More than a million sports fans will travel to Qatar for the World Cup in November and December, a spectacle that typically turns host countries into a non-stop party. But this year may be different.
The small, conservative Muslim nation may show little tolerance for the alcohol-fuelled hooliganism that has developed in past tournaments.
Qatar has tried to reinvent itself as welcoming to foreigners, but traditional Muslim values remain strong in the hereditary-ruled emirate. Qatar’s judicial system, based on an interpretation of Islamic law, or Shariah, has drawn Western criticism for its tendency to favor prosecutors and police.
The autocratic country says it is reeling from the unprecedented influx of tourists. But fans attending the World Cup should be aware of Qatar’s laws and cultural customs, including alcohol, drug, sexuality and dress code policies.
Here’s a look at some of them:
Alcohol is only served in hotel restaurants and bars that have licenses in Qatar. It is illegal to consume elsewhere. Non-Muslim residents of Doha who have a liquor license, however, can drink at home. At the World Cup, fans will be allowed to buy Budweiser beer in the stadium compounds — though not in the concession stands — before and after games. Fans can also drink in the evening in a designated “fan zone” in downtown Doha. Generally in Qatar, public drunkenness is punishable by heavy fines and imprisonment. But Qatar’s head of security operations said that during the tournament, police will turn a blind eye to most offenses but potentially make arrests if someone gets into a drunken brawl or damages public property . The legal drinking age is 21, and bouncers at bars often ask for photo ID or passports upon entry.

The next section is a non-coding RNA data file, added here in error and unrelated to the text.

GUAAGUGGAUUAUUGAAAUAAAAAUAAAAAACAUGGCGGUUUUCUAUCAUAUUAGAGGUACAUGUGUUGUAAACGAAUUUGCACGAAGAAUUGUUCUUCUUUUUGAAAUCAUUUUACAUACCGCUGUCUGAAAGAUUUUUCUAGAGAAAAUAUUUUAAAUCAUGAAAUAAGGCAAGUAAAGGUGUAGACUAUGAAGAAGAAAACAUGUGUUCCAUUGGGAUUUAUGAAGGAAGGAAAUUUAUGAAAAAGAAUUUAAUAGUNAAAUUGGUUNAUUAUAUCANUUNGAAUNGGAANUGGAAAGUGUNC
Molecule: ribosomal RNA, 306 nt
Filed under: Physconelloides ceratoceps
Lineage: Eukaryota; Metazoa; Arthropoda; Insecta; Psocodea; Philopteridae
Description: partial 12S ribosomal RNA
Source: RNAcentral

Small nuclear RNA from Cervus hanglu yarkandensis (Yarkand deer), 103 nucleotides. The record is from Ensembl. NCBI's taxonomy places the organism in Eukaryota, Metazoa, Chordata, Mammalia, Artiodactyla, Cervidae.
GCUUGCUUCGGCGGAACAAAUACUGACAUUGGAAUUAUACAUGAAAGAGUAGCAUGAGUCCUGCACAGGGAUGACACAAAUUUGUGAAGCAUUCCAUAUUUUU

Qatar is one of the world’s most restrictive drug nations, banning cannabis as well as over-the-counter medications such as narcotics, sedatives and amphetamines. The sale, trafficking and possession of illegal drugs can lead to severe penalties, including long prison terms followed by deportation and heavy fines. Drug smuggling charges can carry the death penalty. World Cup fans should be aware of these laws when they arrive at Hamad International Airport, where authorities scan bags and passengers with new security technology and arrest those carrying the smallest amount of drugs.
Qatar considers the cohabitation of unmarried men and women a crime, using indecency laws to punish extramarital sex. However, authorities say unmarried couples can share hotel rooms during the World Cup without a problem. On the streets, public displays of affection are “scorned,” says the government’s tourism website. Holding hands won’t land you in jail, but visitors should avoid showing intimacy in public. Qatari law requires a prison sentence of one to three years for adults convicted of consensual gay or lesbian sex. Crossdressing is also criminalized. World Cup organizers told The Associated Press that anyone, regardless of their sexual orientation, can come “without fear of any repercussions.” But an official warned that rainbow flags could be confiscated to protect fans from being attacked for promoting gay rights in a region where discrimination is rampant.
Qatar’s government tourism website urges men and women to “show respect for local culture by avoiding excessively revealing clothing in public.” Visitors are asked to cover their shoulders and knees. Those in shorts and sleeveless tops may be kept away from government buildings and shopping malls. Women visiting mosques in the city will be given scarves to cover their heads. It’s a different story in hotels, where bikinis are common in hotel pools.
Flashing the middle finger or swearing, especially when it comes to the police or other authorities, can lead to arrest. Most criminal cases in Qatar that ensnare unwary foreigners involve such offences. Many Qatari women and men do not shake hands with the opposite sex; wait for a hand to be offered. Filming and photographing people without their consent, as well as taking pictures of sensitive military or religious sites, can be prosecuted. It’s also important to tread carefully when discussing religion and politics with the locals. Insulting the royal family can land you in jail. Few Qataris are likely to welcome criticism of their government system from a tourist. Spreading fake news and harming the country’s interests is a serious and vaguely defined crime, so it’s best to watch social media comments about Qatar.